The Maritime History of the Great Lakes
British Whig (Kingston, ON), March 24, 1882

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p.3 Boating Club Difficulties - owe money.


A gentleman who has just returned from the Western centres of trade states that there will be a larger amount of coarse freight moved this year on the lakes than ever before.

"What do you mean by coarse freights?" queried the reporter.

"Lumber, ties and iron ore. There will be more of the latter shipped from Marquette than in any previous season. There has been a greater demand for vessels within the past thirty days than at any time since last fall."

Speaking of timber he thought there would be a great deal to move and much of it would come to Kingston. There will also be considerable grain, but the rates given will rule low.

New Dry Dock Project.

Relative to the formation of a Dry Dock Company, it is thought that the Company has only been organized so that arrangements can be made with the Government to place an amount in the estimates for the building of a dock in Canada. It is greatly needed, and if placed here would earn the money now paid for repairs at American dockyards.

Later information, received this afternoon, states that the Government have decided to place $80,000 in the estimates as a loan, at a small rate of interest, to assist in equipping the dry dock here. The Company, as formed, consists of the best known marine men on the frontier, and they will provide the requisite capital, about $70,000, which, with the Government loan, will place a dry dock on a sound basis, and fit it for any work required of it. The unfinished dry dock, at Power's shipyard, will probably be secured for the location of the new works.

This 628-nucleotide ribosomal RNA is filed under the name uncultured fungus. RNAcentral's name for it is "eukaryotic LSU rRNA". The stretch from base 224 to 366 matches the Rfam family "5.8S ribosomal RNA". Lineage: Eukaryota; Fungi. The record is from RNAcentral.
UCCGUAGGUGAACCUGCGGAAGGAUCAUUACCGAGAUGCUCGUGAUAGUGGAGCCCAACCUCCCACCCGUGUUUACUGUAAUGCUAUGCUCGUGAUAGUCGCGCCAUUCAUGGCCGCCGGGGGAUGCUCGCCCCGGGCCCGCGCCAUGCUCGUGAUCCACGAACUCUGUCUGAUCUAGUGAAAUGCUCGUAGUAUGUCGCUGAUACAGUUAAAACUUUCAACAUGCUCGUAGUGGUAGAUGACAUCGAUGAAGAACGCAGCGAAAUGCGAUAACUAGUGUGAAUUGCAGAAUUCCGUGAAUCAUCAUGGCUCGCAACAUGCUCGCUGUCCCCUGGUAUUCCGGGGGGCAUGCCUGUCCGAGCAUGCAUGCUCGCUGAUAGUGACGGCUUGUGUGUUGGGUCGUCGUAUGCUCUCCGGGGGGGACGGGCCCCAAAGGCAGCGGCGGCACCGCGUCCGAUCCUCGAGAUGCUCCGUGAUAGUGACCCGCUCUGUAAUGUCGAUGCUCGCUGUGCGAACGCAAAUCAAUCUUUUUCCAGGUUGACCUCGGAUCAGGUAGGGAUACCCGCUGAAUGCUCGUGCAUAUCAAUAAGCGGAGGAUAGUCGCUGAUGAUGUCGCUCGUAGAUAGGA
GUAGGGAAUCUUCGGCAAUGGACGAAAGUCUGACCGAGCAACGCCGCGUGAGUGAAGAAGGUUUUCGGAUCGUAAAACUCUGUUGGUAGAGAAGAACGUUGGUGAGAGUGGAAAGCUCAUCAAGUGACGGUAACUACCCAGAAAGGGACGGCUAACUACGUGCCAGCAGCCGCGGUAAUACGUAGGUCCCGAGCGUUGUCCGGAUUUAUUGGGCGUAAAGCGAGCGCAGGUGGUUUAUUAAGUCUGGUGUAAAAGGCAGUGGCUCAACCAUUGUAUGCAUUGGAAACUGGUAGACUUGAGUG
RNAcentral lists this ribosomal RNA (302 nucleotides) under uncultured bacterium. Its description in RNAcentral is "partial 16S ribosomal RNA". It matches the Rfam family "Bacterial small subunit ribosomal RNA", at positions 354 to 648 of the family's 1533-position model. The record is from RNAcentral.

Miscellaneous Notes.

The new smoke stacks for the Flower City are completed. They were made in this city and have been sent to Clayton, N.Y.

Messrs. Rees & Dennis will do a more extended rafting business at the foot of Wolfe Island this season. They have engaged G.H. Vincent for foreman.

The steamer Traveller has been put in as thorough repair as before her wreck in Lachine Lake. She has been making trips from the Island to Kingston, taking withs and binders back with her.

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March 24, 1882
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Rick Neilson
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Public domain: Copyright has expired according to the applicable Canadian or American laws. No restrictions on use.
Maritime History of the Great Lakes
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British Whig (Kingston, ON), March 24, 1882